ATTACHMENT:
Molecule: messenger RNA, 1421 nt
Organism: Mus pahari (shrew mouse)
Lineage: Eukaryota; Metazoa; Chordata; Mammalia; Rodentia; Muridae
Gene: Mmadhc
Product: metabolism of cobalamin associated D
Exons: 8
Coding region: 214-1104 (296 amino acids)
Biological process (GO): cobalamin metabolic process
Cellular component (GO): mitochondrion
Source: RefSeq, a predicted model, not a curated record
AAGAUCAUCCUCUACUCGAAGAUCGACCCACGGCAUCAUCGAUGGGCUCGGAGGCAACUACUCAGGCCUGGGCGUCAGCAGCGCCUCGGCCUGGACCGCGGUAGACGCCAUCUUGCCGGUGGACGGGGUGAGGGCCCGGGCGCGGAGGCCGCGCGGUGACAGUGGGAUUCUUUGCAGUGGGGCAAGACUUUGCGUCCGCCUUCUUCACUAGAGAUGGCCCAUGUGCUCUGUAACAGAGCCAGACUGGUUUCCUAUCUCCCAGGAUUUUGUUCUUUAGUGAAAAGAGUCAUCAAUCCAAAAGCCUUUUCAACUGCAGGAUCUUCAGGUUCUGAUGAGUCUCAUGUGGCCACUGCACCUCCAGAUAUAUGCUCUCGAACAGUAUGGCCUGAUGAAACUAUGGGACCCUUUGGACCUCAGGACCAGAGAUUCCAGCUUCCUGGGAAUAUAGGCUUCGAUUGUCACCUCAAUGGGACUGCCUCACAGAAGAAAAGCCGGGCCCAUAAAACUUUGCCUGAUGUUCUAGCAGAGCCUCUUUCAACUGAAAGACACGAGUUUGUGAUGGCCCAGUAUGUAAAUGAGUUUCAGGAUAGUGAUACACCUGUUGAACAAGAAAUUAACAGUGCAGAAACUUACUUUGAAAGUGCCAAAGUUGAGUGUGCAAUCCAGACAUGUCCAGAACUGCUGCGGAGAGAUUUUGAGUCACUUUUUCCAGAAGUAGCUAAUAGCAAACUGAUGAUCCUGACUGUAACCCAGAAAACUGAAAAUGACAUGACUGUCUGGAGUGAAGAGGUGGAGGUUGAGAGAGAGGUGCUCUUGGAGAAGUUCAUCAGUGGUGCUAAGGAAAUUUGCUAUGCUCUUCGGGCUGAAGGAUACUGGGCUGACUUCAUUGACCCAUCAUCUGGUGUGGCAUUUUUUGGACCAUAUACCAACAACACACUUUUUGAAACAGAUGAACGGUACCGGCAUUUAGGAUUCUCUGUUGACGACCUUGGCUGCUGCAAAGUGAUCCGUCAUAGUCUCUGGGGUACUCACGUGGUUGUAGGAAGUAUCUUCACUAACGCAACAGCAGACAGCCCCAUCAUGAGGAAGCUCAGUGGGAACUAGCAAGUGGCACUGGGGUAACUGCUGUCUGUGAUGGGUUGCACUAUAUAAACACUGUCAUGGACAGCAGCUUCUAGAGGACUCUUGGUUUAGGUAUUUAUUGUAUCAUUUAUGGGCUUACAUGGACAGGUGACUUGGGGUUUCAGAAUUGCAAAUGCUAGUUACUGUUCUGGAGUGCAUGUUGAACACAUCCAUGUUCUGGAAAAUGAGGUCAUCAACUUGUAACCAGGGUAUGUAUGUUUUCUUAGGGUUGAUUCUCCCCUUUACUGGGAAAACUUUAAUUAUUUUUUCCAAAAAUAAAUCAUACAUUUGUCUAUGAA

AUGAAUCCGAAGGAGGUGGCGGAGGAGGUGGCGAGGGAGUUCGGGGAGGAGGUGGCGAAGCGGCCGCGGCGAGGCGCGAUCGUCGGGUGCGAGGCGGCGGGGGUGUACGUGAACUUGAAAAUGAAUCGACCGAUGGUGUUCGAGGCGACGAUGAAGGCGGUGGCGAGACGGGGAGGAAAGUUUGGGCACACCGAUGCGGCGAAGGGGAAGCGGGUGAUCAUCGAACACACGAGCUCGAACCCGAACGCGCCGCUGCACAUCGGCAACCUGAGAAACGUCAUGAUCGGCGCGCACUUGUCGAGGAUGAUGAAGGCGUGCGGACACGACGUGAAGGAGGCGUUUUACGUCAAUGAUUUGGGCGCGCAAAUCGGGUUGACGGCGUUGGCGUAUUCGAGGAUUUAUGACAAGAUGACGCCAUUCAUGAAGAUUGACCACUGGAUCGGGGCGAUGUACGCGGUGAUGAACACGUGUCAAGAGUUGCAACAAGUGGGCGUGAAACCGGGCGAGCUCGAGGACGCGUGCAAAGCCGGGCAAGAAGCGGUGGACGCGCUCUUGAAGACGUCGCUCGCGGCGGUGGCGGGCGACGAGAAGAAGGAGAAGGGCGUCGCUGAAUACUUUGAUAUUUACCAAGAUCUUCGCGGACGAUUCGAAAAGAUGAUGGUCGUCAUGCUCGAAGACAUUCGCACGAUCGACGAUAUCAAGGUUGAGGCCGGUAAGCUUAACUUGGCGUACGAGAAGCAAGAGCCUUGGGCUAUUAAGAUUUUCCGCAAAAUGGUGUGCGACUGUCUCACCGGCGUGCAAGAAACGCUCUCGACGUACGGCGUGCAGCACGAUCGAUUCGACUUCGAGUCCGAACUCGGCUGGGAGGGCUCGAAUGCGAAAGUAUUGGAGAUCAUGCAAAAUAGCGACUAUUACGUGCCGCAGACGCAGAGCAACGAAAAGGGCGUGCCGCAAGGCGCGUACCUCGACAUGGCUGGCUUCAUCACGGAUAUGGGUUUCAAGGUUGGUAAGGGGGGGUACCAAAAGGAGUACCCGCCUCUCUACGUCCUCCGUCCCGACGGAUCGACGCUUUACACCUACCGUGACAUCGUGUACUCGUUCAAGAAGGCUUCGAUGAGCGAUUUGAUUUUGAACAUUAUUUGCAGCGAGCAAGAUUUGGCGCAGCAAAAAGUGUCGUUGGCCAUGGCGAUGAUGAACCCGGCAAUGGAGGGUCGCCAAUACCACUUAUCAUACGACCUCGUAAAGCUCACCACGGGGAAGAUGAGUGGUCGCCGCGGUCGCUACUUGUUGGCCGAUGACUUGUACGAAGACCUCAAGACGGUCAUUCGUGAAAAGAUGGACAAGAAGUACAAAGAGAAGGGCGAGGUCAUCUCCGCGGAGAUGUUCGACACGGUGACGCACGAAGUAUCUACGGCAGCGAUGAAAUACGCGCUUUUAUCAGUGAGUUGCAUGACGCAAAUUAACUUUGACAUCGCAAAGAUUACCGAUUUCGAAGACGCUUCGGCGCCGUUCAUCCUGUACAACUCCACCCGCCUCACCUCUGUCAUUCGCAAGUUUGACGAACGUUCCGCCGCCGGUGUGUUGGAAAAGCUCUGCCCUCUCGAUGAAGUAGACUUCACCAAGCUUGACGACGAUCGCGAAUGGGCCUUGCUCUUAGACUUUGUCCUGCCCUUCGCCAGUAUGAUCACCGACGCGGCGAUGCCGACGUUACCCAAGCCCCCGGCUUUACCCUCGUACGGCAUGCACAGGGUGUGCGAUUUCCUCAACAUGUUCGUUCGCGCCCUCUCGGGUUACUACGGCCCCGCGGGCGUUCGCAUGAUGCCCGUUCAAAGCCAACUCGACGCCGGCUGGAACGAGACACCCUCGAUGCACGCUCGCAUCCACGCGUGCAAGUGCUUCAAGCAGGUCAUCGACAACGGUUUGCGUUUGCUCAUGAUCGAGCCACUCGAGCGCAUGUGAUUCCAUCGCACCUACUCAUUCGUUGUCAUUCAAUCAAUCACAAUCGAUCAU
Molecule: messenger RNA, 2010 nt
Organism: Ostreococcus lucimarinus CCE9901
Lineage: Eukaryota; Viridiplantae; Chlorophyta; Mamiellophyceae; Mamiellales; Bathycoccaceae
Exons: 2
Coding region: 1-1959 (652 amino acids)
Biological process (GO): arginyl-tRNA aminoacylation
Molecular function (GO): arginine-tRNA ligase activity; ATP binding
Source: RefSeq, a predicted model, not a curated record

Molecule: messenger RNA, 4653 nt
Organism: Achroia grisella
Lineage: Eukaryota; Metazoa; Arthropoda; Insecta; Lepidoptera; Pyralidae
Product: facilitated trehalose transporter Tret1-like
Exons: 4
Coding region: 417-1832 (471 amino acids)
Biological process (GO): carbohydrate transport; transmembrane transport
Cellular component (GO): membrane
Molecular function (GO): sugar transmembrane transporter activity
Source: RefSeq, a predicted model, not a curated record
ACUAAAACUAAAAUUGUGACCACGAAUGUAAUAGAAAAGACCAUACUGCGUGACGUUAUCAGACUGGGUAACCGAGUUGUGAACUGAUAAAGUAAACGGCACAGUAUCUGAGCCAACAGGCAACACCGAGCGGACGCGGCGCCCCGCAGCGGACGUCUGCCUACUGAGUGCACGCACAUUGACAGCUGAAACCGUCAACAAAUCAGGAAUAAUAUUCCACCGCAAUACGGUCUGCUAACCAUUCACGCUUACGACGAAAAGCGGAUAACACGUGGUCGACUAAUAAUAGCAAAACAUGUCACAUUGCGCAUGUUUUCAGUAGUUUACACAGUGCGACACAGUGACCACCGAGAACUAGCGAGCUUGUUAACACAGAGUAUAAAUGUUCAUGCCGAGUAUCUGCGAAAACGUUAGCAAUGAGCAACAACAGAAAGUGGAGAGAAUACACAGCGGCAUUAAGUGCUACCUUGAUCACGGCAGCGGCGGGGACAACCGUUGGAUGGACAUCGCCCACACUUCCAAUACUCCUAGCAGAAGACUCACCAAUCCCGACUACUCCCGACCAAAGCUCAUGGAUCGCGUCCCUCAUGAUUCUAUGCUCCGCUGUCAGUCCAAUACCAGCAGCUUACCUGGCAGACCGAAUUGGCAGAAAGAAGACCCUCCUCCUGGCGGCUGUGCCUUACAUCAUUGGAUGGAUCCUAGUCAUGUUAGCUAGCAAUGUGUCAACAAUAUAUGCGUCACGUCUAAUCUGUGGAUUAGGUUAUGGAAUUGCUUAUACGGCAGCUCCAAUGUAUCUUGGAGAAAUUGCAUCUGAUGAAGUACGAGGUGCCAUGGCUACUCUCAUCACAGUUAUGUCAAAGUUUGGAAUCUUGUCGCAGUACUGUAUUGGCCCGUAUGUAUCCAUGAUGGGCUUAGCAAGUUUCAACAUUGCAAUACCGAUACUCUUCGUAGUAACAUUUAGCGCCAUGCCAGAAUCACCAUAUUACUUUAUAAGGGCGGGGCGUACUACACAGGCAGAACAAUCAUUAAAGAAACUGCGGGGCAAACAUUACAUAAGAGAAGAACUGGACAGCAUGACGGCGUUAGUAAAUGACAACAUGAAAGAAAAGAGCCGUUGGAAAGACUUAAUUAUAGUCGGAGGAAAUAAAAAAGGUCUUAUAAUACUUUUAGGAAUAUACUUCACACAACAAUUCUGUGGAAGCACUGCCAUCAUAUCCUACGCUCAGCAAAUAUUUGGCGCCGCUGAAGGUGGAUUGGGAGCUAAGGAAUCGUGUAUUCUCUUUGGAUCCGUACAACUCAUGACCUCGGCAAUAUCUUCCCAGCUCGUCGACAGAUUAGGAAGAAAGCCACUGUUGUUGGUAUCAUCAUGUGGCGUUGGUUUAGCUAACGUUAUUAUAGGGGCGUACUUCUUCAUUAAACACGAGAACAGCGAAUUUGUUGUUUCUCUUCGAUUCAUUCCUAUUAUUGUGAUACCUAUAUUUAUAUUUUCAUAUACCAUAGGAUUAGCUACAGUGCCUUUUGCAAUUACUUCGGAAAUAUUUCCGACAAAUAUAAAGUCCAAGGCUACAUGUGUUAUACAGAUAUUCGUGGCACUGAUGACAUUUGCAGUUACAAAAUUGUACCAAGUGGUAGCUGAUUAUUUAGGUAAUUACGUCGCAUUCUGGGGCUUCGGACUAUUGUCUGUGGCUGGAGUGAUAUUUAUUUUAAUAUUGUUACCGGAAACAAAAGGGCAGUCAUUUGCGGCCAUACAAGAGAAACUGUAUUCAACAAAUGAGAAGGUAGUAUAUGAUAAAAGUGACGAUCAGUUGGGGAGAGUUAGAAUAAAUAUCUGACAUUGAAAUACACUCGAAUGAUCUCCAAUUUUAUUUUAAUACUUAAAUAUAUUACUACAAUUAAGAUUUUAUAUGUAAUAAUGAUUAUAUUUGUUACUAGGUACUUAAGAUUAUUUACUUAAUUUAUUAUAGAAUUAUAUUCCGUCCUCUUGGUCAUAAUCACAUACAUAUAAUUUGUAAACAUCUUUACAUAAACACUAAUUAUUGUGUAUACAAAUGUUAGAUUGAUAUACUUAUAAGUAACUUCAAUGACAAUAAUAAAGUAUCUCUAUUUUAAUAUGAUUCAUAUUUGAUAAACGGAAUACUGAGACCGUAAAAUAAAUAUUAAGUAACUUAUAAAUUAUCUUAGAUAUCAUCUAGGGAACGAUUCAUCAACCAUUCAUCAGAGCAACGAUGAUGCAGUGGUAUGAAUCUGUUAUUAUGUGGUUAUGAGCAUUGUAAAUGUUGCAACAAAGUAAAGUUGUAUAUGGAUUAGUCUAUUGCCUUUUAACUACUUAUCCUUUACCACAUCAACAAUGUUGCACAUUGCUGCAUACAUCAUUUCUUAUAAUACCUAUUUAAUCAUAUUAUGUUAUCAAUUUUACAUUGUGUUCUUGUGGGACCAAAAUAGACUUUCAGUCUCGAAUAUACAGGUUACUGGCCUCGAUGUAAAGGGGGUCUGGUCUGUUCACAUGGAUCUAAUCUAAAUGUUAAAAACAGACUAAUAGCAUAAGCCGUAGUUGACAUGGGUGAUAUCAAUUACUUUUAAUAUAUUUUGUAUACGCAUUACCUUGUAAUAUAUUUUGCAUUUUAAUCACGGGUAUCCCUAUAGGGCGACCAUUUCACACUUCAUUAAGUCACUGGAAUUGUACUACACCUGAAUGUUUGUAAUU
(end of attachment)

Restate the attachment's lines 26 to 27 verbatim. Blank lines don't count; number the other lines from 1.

Coding region: 417-1832 (471 amino acids)
Biological process (GO): carbohydrate transport; transmembrane transport